MY BAD DAD Interviews Page
My Bad Dad
Interviews

KWMR 89.3 FM in Bolinas, CA *** GYPSY RADIO
with Stefano Resta: artist, poet and musical collaborator.

Sunday, July 11, 2004: Interview with Mack Polhemus (Director)
                                     and Ann Boehlke Polhemus (Producer)

Q: How did you evolve as a filmmaker and writer?

Mack: Well, I think my parents always encouraged me to do creative activities. They would much rather have me be a starving artist than a doctor or stockbroker. As I became older, writing became my main creative form because when you write, youíre alone, and I think loneliness is a human condition, and youíre really embracing your loneliness. When youíre writing, being alone is your friend, and Iíve always used that as a tool for life, and if something good comes out of it, great.

Ann: My film interest came to me more as I met Mack. Iíve always been sort of an aggressive-producer type, always very determined and not afraid of anything, no matter how crazy it might be. Unlike Mack, I kind of came from the medical family, so I was bound for medical school, and then I accidentally ended up in San Francisco, and then my true self came out working at recording studios and all kinds of singing, acting, and ACT. So all of a sudden I became this San Francisco artist, and in 1988 I was in a lesbian musical called Intimate Friends opposite Camilla, Mackís sister, who is also featured in both of our movies. Mack saw through my acting, I guess, and from that point on we fell in love and our story started there. And then we continued our exclusive but artistic pursuits.

Q: You said that you were working on an upcoming movie. Can you tell the listeners what itís about?

Mack: Okay, itís a family comedy, as we mentioned, we have three kids.

Ann: Itís called ďMy Bad Dad.Ē

Mack: Itís about this loser, biker, kind of alcoholic who doesnít know he has kids. But when he gets in trouble for something else, the judge says, ďYou know, your girlfriend died and you have to take care of these three kids.Ē And he doesnít want to do it, so he does everything wrong so that the social worker will take them away, but as he does those bad things, like ride through the Bolinas hills with the kids on the back of the motorcycle, the social worker does take them away, but he learns to love them. So when the kids are taken away, he tries to get them back. By now the kids are in this perfect Martha Stewart-like household, which has everything right, but no love, and he has everything wrong, but the only thing he has going for him is love. So the kids are taken back and forth until they end up with one of them, and you have to watch the movie to find out which one they end up with.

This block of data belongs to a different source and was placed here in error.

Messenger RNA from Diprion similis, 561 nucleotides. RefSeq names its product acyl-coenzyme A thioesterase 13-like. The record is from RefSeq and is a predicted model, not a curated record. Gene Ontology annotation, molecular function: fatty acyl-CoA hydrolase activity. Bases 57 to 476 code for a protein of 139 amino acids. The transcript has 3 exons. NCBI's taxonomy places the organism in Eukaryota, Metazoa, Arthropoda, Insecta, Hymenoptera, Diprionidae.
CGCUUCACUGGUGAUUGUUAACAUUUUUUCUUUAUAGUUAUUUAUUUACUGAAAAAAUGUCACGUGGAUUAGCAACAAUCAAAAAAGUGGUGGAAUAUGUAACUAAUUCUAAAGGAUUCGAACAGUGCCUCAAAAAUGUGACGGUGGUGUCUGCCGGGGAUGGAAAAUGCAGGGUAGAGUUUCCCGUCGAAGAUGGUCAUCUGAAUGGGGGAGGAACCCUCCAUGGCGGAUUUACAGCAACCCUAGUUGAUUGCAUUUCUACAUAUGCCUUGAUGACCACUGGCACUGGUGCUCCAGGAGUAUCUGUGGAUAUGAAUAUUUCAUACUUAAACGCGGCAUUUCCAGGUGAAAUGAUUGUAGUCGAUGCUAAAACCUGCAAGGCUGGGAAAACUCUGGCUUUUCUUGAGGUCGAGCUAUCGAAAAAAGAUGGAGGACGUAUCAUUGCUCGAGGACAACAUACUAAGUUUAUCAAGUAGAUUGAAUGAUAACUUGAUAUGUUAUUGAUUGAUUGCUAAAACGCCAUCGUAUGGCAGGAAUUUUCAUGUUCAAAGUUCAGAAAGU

Q: Whatís the state of the film now?

Mack: In order to choose the music, we had several independent bands submit, so weíre almost done with the music but we havenít got the music composed yet. So itís shot, itís edited, everything looks good, the only other creative part left is sound and music, and sound, of course, is a creative process too.

Ann: We did delay the editing almost a year and half or so when normally it should have taken a couple months under ideal conditions. Since the making of our last film we have had three children, so that is now our primary existence day-to-day. To finish it all is a major feat. We did have a little bit of setback with the editing while trying out various people down in L.A. But we did just come across a great editor, so thatís just one of the major parts. And like Mack said, thereís the music composing to the film, thereís the sound effects, dialogue, editing, the mix, and looking at bands that have submitted their material that would fit sort of a bluesy-biker theme on one sense, and on the other sense a lovely-childlike feel, like the kids bring to the movie. And itís a comedy as well. So right now weíre sort of in the process of that.

Q: Do you work with music as a writer or do you need solitude to work?

Mack: I just don't need my kids around. But other than that, I can listen to music, but it's not a choice. It doesnít bother me. I can write anywhere, even in my car--

Ann: Not driving, though.

Mack: When Iím reading, I canít listen to music. But I probably wouldnít listen to music while I am writing. It's not like I need solitude, but it doesn't help or hurt.

Q: For this upcoming movie, what is the basic theme in the sense of comedy, tragedy, romantic comedy, etc.?

Mack: Itís like a family comedy, and I want it to be genuine. I also want it to be heartfelt so when people finish this, if they have children, I want them to say, ďI love my children,Ē and if they donít, ďI love my Dad or Mom.Ē

Q: Is love a motivating force in your work?

Mack: Yeah, truth, love. Thatís what I can sit with for longest. And I can sit with failure too if something doesnít happen in the business realm, I can still be satisfied. Like climbing a mountain, you learn to love that mountain and even if you fail you still enjoyed the process.